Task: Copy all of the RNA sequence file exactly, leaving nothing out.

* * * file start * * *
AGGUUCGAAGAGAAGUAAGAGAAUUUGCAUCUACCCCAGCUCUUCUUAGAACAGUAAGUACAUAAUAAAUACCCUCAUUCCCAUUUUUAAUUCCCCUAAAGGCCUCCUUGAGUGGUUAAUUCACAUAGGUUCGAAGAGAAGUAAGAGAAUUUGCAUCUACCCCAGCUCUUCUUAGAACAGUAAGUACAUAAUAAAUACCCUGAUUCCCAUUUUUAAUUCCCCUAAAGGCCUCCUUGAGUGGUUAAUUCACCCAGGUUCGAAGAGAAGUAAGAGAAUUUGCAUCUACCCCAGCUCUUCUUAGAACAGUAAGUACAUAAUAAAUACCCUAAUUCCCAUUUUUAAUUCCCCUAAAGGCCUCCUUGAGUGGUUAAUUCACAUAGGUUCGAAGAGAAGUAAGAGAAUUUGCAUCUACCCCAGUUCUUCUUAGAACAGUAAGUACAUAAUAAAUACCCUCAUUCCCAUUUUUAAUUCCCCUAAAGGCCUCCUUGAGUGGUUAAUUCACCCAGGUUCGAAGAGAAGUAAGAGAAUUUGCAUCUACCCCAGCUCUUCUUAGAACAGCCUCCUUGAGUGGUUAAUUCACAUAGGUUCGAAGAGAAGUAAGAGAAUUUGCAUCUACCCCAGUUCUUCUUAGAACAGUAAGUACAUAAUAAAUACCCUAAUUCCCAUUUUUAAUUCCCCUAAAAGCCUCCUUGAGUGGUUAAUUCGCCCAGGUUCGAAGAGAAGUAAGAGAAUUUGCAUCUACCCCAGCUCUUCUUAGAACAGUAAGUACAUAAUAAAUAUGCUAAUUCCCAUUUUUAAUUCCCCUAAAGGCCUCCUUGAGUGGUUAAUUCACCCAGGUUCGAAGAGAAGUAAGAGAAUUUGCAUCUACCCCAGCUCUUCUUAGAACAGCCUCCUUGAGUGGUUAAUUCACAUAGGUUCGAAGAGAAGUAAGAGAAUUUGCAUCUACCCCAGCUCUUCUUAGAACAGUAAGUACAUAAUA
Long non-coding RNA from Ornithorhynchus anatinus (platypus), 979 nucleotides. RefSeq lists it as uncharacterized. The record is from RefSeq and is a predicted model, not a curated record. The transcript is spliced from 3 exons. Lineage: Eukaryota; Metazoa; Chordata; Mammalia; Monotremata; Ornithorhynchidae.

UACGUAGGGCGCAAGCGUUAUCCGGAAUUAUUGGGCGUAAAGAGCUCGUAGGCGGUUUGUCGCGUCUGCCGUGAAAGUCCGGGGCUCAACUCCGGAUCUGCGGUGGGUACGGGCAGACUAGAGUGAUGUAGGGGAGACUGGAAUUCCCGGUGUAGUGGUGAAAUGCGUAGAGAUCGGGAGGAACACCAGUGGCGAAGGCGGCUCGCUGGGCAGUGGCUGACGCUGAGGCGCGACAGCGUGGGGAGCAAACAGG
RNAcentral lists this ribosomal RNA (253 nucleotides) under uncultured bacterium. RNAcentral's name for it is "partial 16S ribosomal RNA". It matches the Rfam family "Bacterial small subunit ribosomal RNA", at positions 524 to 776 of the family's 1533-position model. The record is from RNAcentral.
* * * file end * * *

AGGUUCGAAGAGAAGUAAGAGAAUUUGCAUCUACCCCAGCUCUUCUUAGAACAGUAAGUACAUAAUAAAUACCCUCAUUCCCAUUUUUAAUUCCCCUAAAGGCCUCCUUGAGUGGUUAAUUCACAUAGGUUCGAAGAGAAGUAAGAGAAUUUGCAUCUACCCCAGCUCUUCUUAGAACAGUAAGUACAUAAUAAAUACCCUGAUUCCCAUUUUUAAUUCCCCUAAAGGCCUCCUUGAGUGGUUAAUUCACCCAGGUUCGAAGAGAAGUAAGAGAAUUUGCAUCUACCCCAGCUCUUCUUAGAACAGUAAGUACAUAAUAAAUACCCUAAUUCCCAUUUUUAAUUCCCCUAAAGGCCUCCUUGAGUGGUUAAUUCACAUAGGUUCGAAGAGAAGUAAGAGAAUUUGCAUCUACCCCAGUUCUUCUUAGAACAGUAAGUACAUAAUAAAUACCCUCAUUCCCAUUUUUAAUUCCCCUAAAGGCCUCCUUGAGUGGUUAAUUCACCCAGGUUCGAAGAGAAGUAAGAGAAUUUGCAUCUACCCCAGCUCUUCUUAGAACAGCCUCCUUGAGUGGUUAAUUCACAUAGGUUCGAAGAGAAGUAAGAGAAUUUGCAUCUACCCCAGUUCUUCUUAGAACAGUAAGUACAUAAUAAAUACCCUAAUUCCCAUUUUUAAUUCCCCUAAAAGCCUCCUUGAGUGGUUAAUUCGCCCAGGUUCGAAGAGAAGUAAGAGAAUUUGCAUCUACCCCAGCUCUUCUUAGAACAGUAAGUACAUAAUAAAUAUGCUAAUUCCCAUUUUUAAUUCCCCUAAAGGCCUCCUUGAGUGGUUAAUUCACCCAGGUUCGAAGAGAAGUAAGAGAAUUUGCAUCUACCCCAGCUCUUCUUAGAACAGCCUCCUUGAGUGGUUAAUUCACAUAGGUUCGAAGAGAAGUAAGAGAAUUUGCAUCUACCCCAGCUCUUCUUAGAACAGUAAGUACAUAAUA
Long non-coding RNA from Ornithorhynchus anatinus (platypus), 979 nucleotides. RefSeq lists it as uncharacterized. The record is from RefSeq and is a predicted model, not a curated record. The transcript is spliced from 3 exons. Lineage: Eukaryota; Metazoa; Chordata; Mammalia; Monotremata; Ornithorhynchidae.

UACGUAGGGCGCAAGCGUUAUCCGGAAUUAUUGGGCGUAAAGAGCUCGUAGGCGGUUUGUCGCGUCUGCCGUGAAAGUCCGGGGCUCAACUCCGGAUCUGCGGUGGGUACGGGCAGACUAGAGUGAUGUAGGGGAGACUGGAAUUCCCGGUGUAGUGGUGAAAUGCGUAGAGAUCGGGAGGAACACCAGUGGCGAAGGCGGCUCGCUGGGCAGUGGCUGACGCUGAGGCGCGACAGCGUGGGGAGCAAACAGG
RNAcentral lists this ribosomal RNA (253 nucleotides) under uncultured bacterium. RNAcentral's name for it is "partial 16S ribosomal RNA". It matches the Rfam family "Bacterial small subunit ribosomal RNA", at positions 524 to 776 of the family's 1533-position model. The record is from RNAcentral.